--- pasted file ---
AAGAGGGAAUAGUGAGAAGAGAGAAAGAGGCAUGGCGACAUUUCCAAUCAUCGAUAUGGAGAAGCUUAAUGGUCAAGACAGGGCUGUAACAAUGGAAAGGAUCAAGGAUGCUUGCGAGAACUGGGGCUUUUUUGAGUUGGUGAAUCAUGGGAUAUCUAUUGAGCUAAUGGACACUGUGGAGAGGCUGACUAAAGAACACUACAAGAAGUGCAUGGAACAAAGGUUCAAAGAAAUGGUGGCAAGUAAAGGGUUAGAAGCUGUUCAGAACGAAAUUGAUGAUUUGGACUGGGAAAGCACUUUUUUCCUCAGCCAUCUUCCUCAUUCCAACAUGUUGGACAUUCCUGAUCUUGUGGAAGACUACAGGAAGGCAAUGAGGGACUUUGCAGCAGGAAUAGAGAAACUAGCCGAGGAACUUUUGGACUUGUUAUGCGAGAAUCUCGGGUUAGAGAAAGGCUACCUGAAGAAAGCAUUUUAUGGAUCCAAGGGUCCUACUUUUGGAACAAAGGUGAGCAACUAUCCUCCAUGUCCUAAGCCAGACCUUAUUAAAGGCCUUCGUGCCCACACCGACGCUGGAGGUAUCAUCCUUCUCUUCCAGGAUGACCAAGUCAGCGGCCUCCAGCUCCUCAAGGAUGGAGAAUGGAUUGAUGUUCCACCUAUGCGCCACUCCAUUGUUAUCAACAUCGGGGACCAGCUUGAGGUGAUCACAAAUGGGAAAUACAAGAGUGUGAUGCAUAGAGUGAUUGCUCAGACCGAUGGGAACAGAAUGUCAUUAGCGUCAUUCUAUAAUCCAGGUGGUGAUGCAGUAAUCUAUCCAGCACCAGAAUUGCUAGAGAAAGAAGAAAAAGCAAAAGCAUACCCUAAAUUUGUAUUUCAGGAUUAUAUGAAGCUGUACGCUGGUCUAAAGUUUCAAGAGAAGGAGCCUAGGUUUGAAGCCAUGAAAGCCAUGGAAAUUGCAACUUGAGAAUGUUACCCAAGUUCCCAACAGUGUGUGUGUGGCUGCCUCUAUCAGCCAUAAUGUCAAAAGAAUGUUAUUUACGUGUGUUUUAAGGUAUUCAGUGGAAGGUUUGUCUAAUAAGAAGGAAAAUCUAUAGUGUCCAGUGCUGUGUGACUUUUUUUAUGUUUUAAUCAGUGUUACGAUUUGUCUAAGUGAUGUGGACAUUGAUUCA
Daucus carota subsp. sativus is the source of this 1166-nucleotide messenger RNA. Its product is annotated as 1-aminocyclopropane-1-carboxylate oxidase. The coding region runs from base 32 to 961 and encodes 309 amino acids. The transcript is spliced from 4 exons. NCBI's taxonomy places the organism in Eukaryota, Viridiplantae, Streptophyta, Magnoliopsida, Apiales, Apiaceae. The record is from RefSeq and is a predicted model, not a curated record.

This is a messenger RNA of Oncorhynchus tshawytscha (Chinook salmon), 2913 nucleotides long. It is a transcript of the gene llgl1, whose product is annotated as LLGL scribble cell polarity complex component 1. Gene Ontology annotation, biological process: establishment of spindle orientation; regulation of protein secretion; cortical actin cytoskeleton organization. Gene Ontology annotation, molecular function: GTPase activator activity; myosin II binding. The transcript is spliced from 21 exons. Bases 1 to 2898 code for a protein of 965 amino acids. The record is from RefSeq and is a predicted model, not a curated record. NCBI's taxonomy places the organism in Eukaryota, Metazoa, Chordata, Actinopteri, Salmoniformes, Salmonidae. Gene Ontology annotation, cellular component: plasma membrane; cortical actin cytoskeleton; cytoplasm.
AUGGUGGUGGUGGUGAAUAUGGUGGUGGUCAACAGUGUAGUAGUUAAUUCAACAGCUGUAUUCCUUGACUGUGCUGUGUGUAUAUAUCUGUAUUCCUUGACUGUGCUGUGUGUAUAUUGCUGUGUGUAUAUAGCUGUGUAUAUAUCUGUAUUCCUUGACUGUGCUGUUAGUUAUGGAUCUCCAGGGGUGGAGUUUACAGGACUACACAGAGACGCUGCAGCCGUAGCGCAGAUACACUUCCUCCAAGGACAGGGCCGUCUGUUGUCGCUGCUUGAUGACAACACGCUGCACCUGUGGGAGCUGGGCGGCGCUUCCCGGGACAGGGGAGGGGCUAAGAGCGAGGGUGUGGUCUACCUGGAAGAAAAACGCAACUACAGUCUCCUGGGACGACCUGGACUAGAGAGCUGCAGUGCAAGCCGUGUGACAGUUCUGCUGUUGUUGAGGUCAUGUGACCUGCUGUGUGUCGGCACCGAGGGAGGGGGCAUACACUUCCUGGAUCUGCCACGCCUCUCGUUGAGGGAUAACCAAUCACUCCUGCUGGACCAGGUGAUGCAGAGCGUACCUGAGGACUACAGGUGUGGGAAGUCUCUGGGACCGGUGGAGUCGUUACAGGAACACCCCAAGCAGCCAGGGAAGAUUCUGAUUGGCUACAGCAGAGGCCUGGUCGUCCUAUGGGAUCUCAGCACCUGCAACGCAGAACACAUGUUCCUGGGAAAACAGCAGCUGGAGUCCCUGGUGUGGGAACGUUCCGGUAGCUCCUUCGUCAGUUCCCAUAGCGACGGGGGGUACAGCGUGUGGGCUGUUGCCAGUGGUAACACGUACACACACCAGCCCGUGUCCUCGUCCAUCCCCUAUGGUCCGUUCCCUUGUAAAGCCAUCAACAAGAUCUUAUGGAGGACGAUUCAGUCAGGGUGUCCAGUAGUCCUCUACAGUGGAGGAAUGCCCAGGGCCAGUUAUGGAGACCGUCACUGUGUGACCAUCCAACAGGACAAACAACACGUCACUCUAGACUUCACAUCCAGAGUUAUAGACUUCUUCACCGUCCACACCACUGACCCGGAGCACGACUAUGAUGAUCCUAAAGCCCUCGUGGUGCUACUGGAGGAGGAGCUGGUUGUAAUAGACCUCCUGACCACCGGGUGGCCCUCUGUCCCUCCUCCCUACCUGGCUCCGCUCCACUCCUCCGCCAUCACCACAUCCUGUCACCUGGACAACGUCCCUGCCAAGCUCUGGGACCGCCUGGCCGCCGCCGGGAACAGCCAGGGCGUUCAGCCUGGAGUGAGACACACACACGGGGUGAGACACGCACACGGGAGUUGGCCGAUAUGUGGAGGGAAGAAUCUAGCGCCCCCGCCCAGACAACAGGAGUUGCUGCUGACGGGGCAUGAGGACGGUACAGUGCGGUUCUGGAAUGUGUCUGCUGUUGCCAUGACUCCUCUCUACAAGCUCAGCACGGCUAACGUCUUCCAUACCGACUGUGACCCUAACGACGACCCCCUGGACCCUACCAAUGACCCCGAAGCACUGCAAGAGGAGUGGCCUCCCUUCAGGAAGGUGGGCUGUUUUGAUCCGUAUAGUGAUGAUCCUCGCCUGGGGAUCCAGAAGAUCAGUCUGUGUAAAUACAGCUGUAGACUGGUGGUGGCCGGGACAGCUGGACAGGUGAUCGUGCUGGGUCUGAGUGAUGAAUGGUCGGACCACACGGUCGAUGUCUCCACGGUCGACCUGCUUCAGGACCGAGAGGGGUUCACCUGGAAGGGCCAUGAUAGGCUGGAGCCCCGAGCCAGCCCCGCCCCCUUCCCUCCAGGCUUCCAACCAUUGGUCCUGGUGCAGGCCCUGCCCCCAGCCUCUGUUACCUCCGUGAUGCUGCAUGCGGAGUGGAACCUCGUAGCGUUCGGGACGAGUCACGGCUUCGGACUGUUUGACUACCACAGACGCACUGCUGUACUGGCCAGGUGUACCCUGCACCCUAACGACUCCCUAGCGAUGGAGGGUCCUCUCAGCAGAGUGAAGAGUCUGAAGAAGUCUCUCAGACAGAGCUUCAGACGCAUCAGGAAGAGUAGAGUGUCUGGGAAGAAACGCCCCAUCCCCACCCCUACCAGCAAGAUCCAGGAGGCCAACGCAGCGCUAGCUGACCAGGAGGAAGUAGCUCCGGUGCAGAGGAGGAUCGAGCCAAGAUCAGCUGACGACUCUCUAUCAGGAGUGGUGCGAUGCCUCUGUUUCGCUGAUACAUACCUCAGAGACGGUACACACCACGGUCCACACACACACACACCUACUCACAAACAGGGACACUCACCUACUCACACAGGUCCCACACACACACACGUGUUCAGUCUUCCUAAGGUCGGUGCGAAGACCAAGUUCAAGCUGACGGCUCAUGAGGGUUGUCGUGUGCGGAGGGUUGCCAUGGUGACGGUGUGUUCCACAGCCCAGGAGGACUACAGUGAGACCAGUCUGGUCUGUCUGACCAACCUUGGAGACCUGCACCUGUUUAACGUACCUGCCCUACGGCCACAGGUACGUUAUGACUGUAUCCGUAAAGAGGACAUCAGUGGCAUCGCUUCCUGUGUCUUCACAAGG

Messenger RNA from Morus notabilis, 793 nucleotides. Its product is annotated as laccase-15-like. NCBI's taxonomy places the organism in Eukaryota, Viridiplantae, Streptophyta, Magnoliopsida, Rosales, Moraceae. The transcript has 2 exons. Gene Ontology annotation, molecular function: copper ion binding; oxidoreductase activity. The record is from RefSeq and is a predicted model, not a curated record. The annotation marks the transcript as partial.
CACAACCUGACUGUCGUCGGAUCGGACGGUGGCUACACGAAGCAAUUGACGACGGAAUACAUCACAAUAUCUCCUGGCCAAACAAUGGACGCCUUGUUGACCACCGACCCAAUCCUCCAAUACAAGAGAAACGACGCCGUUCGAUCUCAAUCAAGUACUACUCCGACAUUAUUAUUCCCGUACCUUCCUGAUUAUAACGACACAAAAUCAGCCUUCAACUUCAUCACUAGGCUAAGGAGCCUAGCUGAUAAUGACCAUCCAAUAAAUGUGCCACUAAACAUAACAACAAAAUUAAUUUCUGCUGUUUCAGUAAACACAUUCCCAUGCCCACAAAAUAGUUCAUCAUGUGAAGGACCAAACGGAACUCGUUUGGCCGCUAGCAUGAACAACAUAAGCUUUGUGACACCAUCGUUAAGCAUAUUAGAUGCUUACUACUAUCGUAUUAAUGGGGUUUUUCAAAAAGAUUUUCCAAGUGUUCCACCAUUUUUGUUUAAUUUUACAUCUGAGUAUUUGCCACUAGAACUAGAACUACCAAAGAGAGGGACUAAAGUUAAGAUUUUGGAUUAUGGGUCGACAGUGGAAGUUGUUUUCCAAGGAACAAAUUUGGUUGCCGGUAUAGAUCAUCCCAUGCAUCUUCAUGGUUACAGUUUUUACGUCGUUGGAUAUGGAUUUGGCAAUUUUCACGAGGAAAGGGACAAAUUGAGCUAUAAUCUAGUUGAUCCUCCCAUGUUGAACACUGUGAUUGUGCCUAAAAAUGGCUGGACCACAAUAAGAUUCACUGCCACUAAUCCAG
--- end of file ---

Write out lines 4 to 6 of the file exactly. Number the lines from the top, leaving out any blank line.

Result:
AUGGUGGUGGUGGUGAAUAUGGUGGUGGUCAACAGUGUAGUAGUUAAUUCAACAGCUGUAUUCCUUGACUGUGCUGUGUGUAUAUAUCUGUAUUCCUUGACUGUGCUGUGUGUAUAUUGCUGUGUGUAUAUAGCUGUGUAUAUAUCUGUAUUCCUUGACUGUGCUGUUAGUUAUGGAUCUCCAGGGGUGGAGUUUACAGGACUACACAGAGACGCUGCAGCCGUAGCGCAGAUACACUUCCUCCAAGGACAGGGCCGUCUGUUGUCGCUGCUUGAUGACAACACGCUGCACCUGUGGGAGCUGGGCGGCGCUUCCCGGGACAGGGGAGGGGCUAAGAGCGAGGGUGUGGUCUACCUGGAAGAAAAACGCAACUACAGUCUCCUGGGACGACCUGGACUAGAGAGCUGCAGUGCAAGCCGUGUGACAGUUCUGCUGUUGUUGAGGUCAUGUGACCUGCUGUGUGUCGGCACCGAGGGAGGGGGCAUACACUUCCUGGAUCUGCCACGCCUCUCGUUGAGGGAUAACCAAUCACUCCUGCUGGACCAGGUGAUGCAGAGCGUACCUGAGGACUACAGGUGUGGGAAGUCUCUGGGACCGGUGGAGUCGUUACAGGAACACCCCAAGCAGCCAGGGAAGAUUCUGAUUGGCUACAGCAGAGGCCUGGUCGUCCUAUGGGAUCUCAGCACCUGCAACGCAGAACACAUGUUCCUGGGAAAACAGCAGCUGGAGUCCCUGGUGUGGGAACGUUCCGGUAGCUCCUUCGUCAGUUCCCAUAGCGACGGGGGGUACAGCGUGUGGGCUGUUGCCAGUGGUAACACGUACACACACCAGCCCGUGUCCUCGUCCAUCCCCUAUGGUCCGUUCCCUUGUAAAGCCAUCAACAAGAUCUUAUGGAGGACGAUUCAGUCAGGGUGUCCAGUAGUCCUCUACAGUGGAGGAAUGCCCAGGGCCAGUUAUGGAGACCGUCACUGUGUGACCAUCCAACAGGACAAACAACACGUCACUCUAGACUUCACAUCCAGAGUUAUAGACUUCUUCACCGUCCACACCACUGACCCGGAGCACGACUAUGAUGAUCCUAAAGCCCUCGUGGUGCUACUGGAGGAGGAGCUGGUUGUAAUAGACCUCCUGACCACCGGGUGGCCCUCUGUCCCUCCUCCCUACCUGGCUCCGCUCCACUCCUCCGCCAUCACCACAUCCUGUCACCUGGACAACGUCCCUGCCAAGCUCUGGGACCGCCUGGCCGCCGCCGGGAACAGCCAGGGCGUUCAGCCUGGAGUGAGACACACACACGGGGUGAGACACGCACACGGGAGUUGGCCGAUAUGUGGAGGGAAGAAUCUAGCGCCCCCGCCCAGACAACAGGAGUUGCUGCUGACGGGGCAUGAGGACGGUACAGUGCGGUUCUGGAAUGUGUCUGCUGUUGCCAUGACUCCUCUCUACAAGCUCAGCACGGCUAACGUCUUCCAUACCGACUGUGACCCUAACGACGACCCCCUGGACCCUACCAAUGACCCCGAAGCACUGCAAGAGGAGUGGCCUCCCUUCAGGAAGGUGGGCUGUUUUGAUCCGUAUAGUGAUGAUCCUCGCCUGGGGAUCCAGAAGAUCAGUCUGUGUAAAUACAGCUGUAGACUGGUGGUGGCCGGGACAGCUGGACAGGUGAUCGUGCUGGGUCUGAGUGAUGAAUGGUCGGACCACACGGUCGAUGUCUCCACGGUCGACCUGCUUCAGGACCGAGAGGGGUUCACCUGGAAGGGCCAUGAUAGGCUGGAGCCCCGAGCCAGCCCCGCCCCCUUCCCUCCAGGCUUCCAACCAUUGGUCCUGGUGCAGGCCCUGCCCCCAGCCUCUGUUACCUCCGUGAUGCUGCAUGCGGAGUGGAACCUCGUAGCGUUCGGGACGAGUCACGGCUUCGGACUGUUUGACUACCACAGACGCACUGCUGUACUGGCCAGGUGUACCCUGCACCCUAACGACUCCCUAGCGAUGGAGGGUCCUCUCAGCAGAGUGAAGAGUCUGAAGAAGUCUCUCAGACAGAGCUUCAGACGCAUCAGGAAGAGUAGAGUGUCUGGGAAGAAACGCCCCAUCCCCACCCCUACCAGCAAGAUCCAGGAGGCCAACGCAGCGCUAGCUGACCAGGAGGAAGUAGCUCCGGUGCAGAGGAGGAUCGAGCCAAGAUCAGCUGACGACUCUCUAUCAGGAGUGGUGCGAUGCCUCUGUUUCGCUGAUACAUACCUCAGAGACGGUACACACCACGGUCCACACACACACACACCUACUCACAAACAGGGACACUCACCUACUCACACAGGUCCCACACACACACACGUGUUCAGUCUUCCUAAGGUCGGUGCGAAGACCAAGUUCAAGCUGACGGCUCAUGAGGGUUGUCGUGUGCGGAGGGUUGCCAUGGUGACGGUGUGUUCCACAGCCCAGGAGGACUACAGUGAGACCAGUCUGGUCUGUCUGACCAACCUUGGAGACCUGCACCUGUUUAACGUACCUGCCCUACGGCCACAGGUACGUUAUGACUGUAUCCGUAAAGAGGACAUCAGUGGCAUCGCUUCCUGUGUCUUCACAAGG

Messenger RNA from Morus notabilis, 793 nucleotides. Its product is annotated as laccase-15-like. NCBI's taxonomy places the organism in Eukaryota, Viridiplantae, Streptophyta, Magnoliopsida, Rosales, Moraceae. The transcript has 2 exons. Gene Ontology annotation, molecular function: copper ion binding; oxidoreductase activity. The record is from RefSeq and is a predicted model, not a curated record. The annotation marks the transcript as partial.
CACAACCUGACUGUCGUCGGAUCGGACGGUGGCUACACGAAGCAAUUGACGACGGAAUACAUCACAAUAUCUCCUGGCCAAACAAUGGACGCCUUGUUGACCACCGACCCAAUCCUCCAAUACAAGAGAAACGACGCCGUUCGAUCUCAAUCAAGUACUACUCCGACAUUAUUAUUCCCGUACCUUCCUGAUUAUAACGACACAAAAUCAGCCUUCAACUUCAUCACUAGGCUAAGGAGCCUAGCUGAUAAUGACCAUCCAAUAAAUGUGCCACUAAACAUAACAACAAAAUUAAUUUCUGCUGUUUCAGUAAACACAUUCCCAUGCCCACAAAAUAGUUCAUCAUGUGAAGGACCAAACGGAACUCGUUUGGCCGCUAGCAUGAACAACAUAAGCUUUGUGACACCAUCGUUAAGCAUAUUAGAUGCUUACUACUAUCGUAUUAAUGGGGUUUUUCAAAAAGAUUUUCCAAGUGUUCCACCAUUUUUGUUUAAUUUUACAUCUGAGUAUUUGCCACUAGAACUAGAACUACCAAAGAGAGGGACUAAAGUUAAGAUUUUGGAUUAUGGGUCGACAGUGGAAGUUGUUUUCCAAGGAACAAAUUUGGUUGCCGGUAUAGAUCAUCCCAUGCAUCUUCAUGGUUACAGUUUUUACGUCGUUGGAUAUGGAUUUGGCAAUUUUCACGAGGAAAGGGACAAAUUGAGCUAUAAUCUAGUUGAUCCUCCCAUGUUGAACACUGUGAUUGUGCCUAAAAAUGGCUGGACCACAAUAAGAUUCACUGCCACUAAUCCAG